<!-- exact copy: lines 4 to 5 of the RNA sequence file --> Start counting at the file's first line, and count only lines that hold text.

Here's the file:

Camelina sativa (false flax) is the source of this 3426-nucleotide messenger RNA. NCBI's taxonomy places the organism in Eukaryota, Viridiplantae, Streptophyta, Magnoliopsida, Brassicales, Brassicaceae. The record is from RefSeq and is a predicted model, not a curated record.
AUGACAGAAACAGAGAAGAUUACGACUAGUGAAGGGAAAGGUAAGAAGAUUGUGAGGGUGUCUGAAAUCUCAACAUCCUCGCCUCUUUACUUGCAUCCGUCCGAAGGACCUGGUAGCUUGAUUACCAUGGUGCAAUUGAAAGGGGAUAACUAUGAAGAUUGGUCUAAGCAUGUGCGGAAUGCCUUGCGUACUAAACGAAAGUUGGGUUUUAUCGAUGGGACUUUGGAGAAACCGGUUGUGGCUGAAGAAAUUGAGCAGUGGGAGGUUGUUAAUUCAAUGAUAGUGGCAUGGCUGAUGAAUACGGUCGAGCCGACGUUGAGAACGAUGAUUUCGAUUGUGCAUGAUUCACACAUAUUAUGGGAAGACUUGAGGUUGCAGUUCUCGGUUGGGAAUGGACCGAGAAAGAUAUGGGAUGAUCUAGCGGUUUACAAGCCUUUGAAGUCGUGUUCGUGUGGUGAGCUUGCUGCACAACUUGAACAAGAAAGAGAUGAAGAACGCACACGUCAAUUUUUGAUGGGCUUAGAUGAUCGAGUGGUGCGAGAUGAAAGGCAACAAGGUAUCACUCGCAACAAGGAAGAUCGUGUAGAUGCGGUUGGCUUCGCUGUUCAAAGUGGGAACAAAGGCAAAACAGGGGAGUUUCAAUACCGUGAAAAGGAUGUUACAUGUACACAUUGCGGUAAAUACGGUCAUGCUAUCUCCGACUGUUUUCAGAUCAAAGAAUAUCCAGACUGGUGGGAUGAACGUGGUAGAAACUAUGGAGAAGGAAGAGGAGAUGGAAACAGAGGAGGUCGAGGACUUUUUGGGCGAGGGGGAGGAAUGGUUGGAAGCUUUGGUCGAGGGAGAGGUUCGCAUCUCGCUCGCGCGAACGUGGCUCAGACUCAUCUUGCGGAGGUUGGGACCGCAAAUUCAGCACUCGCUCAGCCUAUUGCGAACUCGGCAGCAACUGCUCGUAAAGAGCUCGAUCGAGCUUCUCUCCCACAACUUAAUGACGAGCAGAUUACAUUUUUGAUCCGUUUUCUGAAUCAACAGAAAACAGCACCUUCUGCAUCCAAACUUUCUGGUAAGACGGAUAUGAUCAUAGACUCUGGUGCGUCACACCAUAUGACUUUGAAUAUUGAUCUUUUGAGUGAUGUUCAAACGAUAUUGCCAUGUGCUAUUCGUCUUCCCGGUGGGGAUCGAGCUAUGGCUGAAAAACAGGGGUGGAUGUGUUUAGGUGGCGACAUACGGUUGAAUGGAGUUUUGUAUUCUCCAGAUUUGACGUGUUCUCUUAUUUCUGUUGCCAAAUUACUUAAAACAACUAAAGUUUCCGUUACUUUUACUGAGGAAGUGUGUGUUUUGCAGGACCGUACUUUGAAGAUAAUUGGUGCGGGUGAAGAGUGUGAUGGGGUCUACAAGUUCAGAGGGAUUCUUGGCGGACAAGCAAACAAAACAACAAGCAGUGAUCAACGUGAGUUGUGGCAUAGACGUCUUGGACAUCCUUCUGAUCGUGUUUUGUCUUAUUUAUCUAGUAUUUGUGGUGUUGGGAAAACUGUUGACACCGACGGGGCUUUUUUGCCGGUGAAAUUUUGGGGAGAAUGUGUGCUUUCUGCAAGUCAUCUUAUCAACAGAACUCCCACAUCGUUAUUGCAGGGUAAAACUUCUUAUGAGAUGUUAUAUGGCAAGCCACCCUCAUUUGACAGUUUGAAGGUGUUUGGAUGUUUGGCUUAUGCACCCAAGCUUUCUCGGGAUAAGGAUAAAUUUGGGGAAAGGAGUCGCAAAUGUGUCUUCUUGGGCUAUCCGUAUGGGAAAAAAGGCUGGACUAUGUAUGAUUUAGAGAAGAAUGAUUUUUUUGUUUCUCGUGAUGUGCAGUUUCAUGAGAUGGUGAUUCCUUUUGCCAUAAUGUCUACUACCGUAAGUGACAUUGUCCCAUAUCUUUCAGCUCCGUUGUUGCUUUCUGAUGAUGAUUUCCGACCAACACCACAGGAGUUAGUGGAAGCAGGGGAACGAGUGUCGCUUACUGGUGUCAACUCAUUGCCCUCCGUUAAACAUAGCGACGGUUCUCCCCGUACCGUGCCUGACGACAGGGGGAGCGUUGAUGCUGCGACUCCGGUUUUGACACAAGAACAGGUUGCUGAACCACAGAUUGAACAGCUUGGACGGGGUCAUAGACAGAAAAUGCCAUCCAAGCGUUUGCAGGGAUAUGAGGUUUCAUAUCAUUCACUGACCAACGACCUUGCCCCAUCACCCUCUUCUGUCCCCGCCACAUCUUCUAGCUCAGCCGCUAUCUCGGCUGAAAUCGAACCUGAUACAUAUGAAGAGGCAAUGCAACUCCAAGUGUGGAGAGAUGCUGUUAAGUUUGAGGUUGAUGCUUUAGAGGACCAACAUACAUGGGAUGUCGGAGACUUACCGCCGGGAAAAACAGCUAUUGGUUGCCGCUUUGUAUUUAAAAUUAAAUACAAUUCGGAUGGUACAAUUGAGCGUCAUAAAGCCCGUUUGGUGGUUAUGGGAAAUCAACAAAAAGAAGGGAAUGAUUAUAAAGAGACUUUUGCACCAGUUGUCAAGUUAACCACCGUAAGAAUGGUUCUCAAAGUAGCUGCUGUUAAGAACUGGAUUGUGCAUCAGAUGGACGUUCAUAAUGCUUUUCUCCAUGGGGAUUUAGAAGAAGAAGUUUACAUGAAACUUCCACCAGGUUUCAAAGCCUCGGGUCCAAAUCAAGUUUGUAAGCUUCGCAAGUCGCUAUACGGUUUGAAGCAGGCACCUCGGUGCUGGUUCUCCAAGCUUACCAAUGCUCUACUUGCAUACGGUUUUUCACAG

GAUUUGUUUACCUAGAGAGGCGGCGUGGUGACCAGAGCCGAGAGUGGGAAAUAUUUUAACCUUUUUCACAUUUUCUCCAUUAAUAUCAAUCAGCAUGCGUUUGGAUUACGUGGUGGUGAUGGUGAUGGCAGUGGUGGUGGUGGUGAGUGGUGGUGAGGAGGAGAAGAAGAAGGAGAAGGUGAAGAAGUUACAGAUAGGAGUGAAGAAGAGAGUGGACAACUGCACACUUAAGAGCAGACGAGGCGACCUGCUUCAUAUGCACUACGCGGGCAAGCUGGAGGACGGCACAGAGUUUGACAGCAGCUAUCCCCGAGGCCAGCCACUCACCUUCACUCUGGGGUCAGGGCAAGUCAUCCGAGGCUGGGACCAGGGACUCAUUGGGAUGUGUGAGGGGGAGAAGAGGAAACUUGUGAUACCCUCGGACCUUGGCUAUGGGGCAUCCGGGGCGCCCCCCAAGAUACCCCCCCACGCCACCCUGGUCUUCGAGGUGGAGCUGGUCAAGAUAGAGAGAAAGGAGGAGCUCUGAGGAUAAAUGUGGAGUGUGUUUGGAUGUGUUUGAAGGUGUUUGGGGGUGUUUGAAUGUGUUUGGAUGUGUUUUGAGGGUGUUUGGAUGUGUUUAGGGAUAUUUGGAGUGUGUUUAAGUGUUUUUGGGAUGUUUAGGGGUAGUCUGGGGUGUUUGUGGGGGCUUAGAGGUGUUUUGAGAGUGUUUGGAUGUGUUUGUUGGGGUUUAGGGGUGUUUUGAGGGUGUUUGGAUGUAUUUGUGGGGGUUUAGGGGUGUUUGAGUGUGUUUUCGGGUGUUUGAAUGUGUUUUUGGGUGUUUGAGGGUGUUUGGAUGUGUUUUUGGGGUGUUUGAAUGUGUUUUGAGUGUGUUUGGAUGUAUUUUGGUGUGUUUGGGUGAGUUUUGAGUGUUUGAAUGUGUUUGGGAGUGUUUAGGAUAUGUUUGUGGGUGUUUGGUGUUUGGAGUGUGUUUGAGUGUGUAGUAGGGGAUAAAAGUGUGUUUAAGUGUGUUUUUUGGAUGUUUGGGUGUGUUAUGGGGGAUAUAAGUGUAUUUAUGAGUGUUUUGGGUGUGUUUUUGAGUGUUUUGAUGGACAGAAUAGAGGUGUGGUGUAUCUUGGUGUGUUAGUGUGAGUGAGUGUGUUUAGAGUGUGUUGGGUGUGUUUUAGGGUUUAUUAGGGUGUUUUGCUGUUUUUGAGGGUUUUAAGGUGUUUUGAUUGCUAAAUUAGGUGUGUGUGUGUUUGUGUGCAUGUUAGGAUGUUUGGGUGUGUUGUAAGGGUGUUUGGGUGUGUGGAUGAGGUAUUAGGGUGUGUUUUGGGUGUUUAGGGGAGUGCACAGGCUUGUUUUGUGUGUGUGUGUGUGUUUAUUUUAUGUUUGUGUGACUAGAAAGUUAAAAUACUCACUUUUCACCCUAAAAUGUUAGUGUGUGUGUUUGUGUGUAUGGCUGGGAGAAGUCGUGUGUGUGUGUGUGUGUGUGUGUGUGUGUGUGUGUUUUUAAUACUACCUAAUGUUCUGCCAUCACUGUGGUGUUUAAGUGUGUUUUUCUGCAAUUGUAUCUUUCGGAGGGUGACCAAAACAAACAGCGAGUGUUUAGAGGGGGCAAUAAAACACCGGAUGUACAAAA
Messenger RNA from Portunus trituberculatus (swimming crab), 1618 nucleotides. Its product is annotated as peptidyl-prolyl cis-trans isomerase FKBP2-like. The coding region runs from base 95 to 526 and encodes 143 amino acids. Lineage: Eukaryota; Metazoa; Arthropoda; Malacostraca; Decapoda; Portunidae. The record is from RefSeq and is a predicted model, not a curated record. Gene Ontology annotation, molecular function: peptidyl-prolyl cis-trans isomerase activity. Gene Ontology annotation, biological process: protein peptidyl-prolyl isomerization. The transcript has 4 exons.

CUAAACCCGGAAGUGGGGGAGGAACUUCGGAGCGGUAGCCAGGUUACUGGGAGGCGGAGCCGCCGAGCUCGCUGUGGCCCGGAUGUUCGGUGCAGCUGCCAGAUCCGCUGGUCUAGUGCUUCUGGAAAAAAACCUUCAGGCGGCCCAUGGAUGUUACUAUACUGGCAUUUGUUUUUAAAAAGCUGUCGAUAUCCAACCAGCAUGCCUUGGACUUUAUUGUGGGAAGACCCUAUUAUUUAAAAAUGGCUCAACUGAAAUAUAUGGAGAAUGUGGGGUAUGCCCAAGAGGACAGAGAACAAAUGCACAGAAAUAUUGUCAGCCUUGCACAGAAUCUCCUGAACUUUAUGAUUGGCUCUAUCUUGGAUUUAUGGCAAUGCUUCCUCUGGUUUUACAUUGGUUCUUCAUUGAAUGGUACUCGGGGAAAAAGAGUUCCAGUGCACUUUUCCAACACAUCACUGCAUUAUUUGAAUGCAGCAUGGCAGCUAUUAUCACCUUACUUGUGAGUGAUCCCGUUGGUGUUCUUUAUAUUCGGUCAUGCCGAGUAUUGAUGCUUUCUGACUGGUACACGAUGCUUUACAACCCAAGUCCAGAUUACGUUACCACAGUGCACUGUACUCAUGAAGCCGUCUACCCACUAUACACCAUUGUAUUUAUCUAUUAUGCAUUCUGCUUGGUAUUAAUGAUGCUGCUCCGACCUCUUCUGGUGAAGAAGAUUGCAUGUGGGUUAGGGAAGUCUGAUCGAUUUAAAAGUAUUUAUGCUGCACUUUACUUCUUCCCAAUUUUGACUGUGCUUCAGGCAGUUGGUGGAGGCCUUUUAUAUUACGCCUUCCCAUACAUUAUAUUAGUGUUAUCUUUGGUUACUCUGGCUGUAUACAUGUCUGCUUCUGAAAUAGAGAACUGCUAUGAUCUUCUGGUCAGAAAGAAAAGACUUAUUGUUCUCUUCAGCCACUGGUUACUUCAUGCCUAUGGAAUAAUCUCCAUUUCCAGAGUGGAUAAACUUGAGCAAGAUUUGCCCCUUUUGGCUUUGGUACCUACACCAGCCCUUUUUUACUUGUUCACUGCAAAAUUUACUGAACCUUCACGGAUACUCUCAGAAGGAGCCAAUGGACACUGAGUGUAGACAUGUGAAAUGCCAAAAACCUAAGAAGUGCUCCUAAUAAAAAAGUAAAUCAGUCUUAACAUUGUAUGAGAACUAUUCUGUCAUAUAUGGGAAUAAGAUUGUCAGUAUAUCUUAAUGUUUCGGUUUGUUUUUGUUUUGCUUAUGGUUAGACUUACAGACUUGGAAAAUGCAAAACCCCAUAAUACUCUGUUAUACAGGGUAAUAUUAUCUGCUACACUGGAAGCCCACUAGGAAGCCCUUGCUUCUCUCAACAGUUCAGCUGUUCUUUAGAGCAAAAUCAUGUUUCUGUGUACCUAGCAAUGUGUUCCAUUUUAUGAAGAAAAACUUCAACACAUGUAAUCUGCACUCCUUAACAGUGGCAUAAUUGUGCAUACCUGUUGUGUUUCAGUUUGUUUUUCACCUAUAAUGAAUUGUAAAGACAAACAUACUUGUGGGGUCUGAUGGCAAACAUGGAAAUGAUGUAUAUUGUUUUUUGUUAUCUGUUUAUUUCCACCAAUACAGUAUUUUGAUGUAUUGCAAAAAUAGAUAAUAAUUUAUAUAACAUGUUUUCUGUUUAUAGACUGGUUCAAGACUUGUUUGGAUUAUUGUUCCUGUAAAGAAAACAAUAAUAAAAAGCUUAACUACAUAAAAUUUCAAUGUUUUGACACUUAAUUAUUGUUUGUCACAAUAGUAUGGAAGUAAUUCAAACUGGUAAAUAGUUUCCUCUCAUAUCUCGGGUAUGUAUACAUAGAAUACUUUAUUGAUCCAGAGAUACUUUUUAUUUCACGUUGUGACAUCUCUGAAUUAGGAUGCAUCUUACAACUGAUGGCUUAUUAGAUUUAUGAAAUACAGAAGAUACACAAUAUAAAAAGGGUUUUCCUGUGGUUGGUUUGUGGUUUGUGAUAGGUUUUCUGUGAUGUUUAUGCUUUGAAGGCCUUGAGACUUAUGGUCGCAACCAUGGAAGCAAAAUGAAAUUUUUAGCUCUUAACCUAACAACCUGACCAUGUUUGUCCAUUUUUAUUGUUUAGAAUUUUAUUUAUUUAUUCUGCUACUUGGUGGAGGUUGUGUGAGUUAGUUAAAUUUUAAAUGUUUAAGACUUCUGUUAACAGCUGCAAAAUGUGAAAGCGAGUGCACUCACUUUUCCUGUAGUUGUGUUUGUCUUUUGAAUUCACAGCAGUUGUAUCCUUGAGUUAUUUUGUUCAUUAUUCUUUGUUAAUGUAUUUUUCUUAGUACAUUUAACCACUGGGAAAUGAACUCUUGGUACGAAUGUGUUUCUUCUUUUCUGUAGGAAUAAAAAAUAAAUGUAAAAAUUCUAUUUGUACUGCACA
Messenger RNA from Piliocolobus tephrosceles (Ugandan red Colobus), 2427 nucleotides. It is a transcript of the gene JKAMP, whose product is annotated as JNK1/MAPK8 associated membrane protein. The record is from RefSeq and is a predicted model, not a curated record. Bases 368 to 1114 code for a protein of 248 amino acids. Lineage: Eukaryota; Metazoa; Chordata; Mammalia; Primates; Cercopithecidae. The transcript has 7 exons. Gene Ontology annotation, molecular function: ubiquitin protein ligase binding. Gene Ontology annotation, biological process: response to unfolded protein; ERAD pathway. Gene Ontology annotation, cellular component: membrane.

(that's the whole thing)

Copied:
Messenger RNA from Portunus trituberculatus (swimming crab), 1618 nucleotides. Its product is annotated as peptidyl-prolyl cis-trans isomerase FKBP2-like. The coding region runs from base 95 to 526 and encodes 143 amino acids. Lineage: Eukaryota; Metazoa; Arthropoda; Malacostraca; Decapoda; Portunidae. The record is from RefSeq and is a predicted model, not a curated record. Gene Ontology annotation, molecular function: peptidyl-prolyl cis-trans isomerase activity. Gene Ontology annotation, biological process: protein peptidyl-prolyl isomerization. The transcript has 4 exons.

CUAAACCCGGAAGUGGGGGAGGAACUUCGGAGCGGUAGCCAGGUUACUGGGAGGCGGAGCCGCCGAGCUCGCUGUGGCCCGGAUGUUCGGUGCAGCUGCCAGAUCCGCUGGUCUAGUGCUUCUGGAAAAAAACCUUCAGGCGGCCCAUGGAUGUUACUAUACUGGCAUUUGUUUUUAAAAAGCUGUCGAUAUCCAACCAGCAUGCCUUGGACUUUAUUGUGGGAAGACCCUAUUAUUUAAAAAUGGCUCAACUGAAAUAUAUGGAGAAUGUGGGGUAUGCCCAAGAGGACAGAGAACAAAUGCACAGAAAUAUUGUCAGCCUUGCACAGAAUCUCCUGAACUUUAUGAUUGGCUCUAUCUUGGAUUUAUGGCAAUGCUUCCUCUGGUUUUACAUUGGUUCUUCAUUGAAUGGUACUCGGGGAAAAAGAGUUCCAGUGCACUUUUCCAACACAUCACUGCAUUAUUUGAAUGCAGCAUGGCAGCUAUUAUCACCUUACUUGUGAGUGAUCCCGUUGGUGUUCUUUAUAUUCGGUCAUGCCGAGUAUUGAUGCUUUCUGACUGGUACACGAUGCUUUACAACCCAAGUCCAGAUUACGUUACCACAGUGCACUGUACUCAUGAAGCCGUCUACCCACUAUACACCAUUGUAUUUAUCUAUUAUGCAUUCUGCUUGGUAUUAAUGAUGCUGCUCCGACCUCUUCUGGUGAAGAAGAUUGCAUGUGGGUUAGGGAAGUCUGAUCGAUUUAAAAGUAUUUAUGCUGCACUUUACUUCUUCCCAAUUUUGACUGUGCUUCAGGCAGUUGGUGGAGGCCUUUUAUAUUACGCCUUCCCAUACAUUAUAUUAGUGUUAUCUUUGGUUACUCUGGCUGUAUACAUGUCUGCUUCUGAAAUAGAGAACUGCUAUGAUCUUCUGGUCAGAAAGAAAAGACUUAUUGUUCUCUUCAGCCACUGGUUACUUCAUGCCUAUGGAAUAAUCUCCAUUUCCAGAGUGGAUAAACUUGAGCAAGAUUUGCCCCUUUUGGCUUUGGUACCUACACCAGCCCUUUUUUACUUGUUCACUGCAAAAUUUACUGAACCUUCACGGAUACUCUCAGAAGGAGCCAAUGGACACUGAGUGUAGACAUGUGAAAUGCCAAAAACCUAAGAAGUGCUCCUAAUAAAAAAGUAAAUCAGUCUUAACAUUGUAUGAGAACUAUUCUGUCAUAUAUGGGAAUAAGAUUGUCAGUAUAUCUUAAUGUUUCGGUUUGUUUUUGUUUUGCUUAUGGUUAGACUUACAGACUUGGAAAAUGCAAAACCCCAUAAUACUCUGUUAUACAGGGUAAUAUUAUCUGCUACACUGGAAGCCCACUAGGAAGCCCUUGCUUCUCUCAACAGUUCAGCUGUUCUUUAGAGCAAAAUCAUGUUUCUGUGUACCUAGCAAUGUGUUCCAUUUUAUGAAGAAAAACUUCAACACAUGUAAUCUGCACUCCUUAACAGUGGCAUAAUUGUGCAUACCUGUUGUGUUUCAGUUUGUUUUUCACCUAUAAUGAAUUGUAAAGACAAACAUACUUGUGGGGUCUGAUGGCAAACAUGGAAAUGAUGUAUAUUGUUUUUUGUUAUCUGUUUAUUUCCACCAAUACAGUAUUUUGAUGUAUUGCAAAAAUAGAUAAUAAUUUAUAUAACAUGUUUUCUGUUUAUAGACUGGUUCAAGACUUGUUUGGAUUAUUGUUCCUGUAAAGAAAACAAUAAUAAAAAGCUUAACUACAUAAAAUUUCAAUGUUUUGACACUUAAUUAUUGUUUGUCACAAUAGUAUGGAAGUAAUUCAAACUGGUAAAUAGUUUCCUCUCAUAUCUCGGGUAUGUAUACAUAGAAUACUUUAUUGAUCCAGAGAUACUUUUUAUUUCACGUUGUGACAUCUCUGAAUUAGGAUGCAUCUUACAACUGAUGGCUUAUUAGAUUUAUGAAAUACAGAAGAUACACAAUAUAAAAAGGGUUUUCCUGUGGUUGGUUUGUGGUUUGUGAUAGGUUUUCUGUGAUGUUUAUGCUUUGAAGGCCUUGAGACUUAUGGUCGCAACCAUGGAAGCAAAAUGAAAUUUUUAGCUCUUAACCUAACAACCUGACCAUGUUUGUCCAUUUUUAUUGUUUAGAAUUUUAUUUAUUUAUUCUGCUACUUGGUGGAGGUUGUGUGAGUUAGUUAAAUUUUAAAUGUUUAAGACUUCUGUUAACAGCUGCAAAAUGUGAAAGCGAGUGCACUCACUUUUCCUGUAGUUGUGUUUGUCUUUUGAAUUCACAGCAGUUGUAUCCUUGAGUUAUUUUGUUCAUUAUUCUUUGUUAAUGUAUUUUUCUUAGUACAUUUAACCACUGGGAAAUGAACUCUUGGUACGAAUGUGUUUCUUCUUUUCUGUAGGAAUAAAAAAUAAAUGUAAAAAUUCUAUUUGUACUGCACA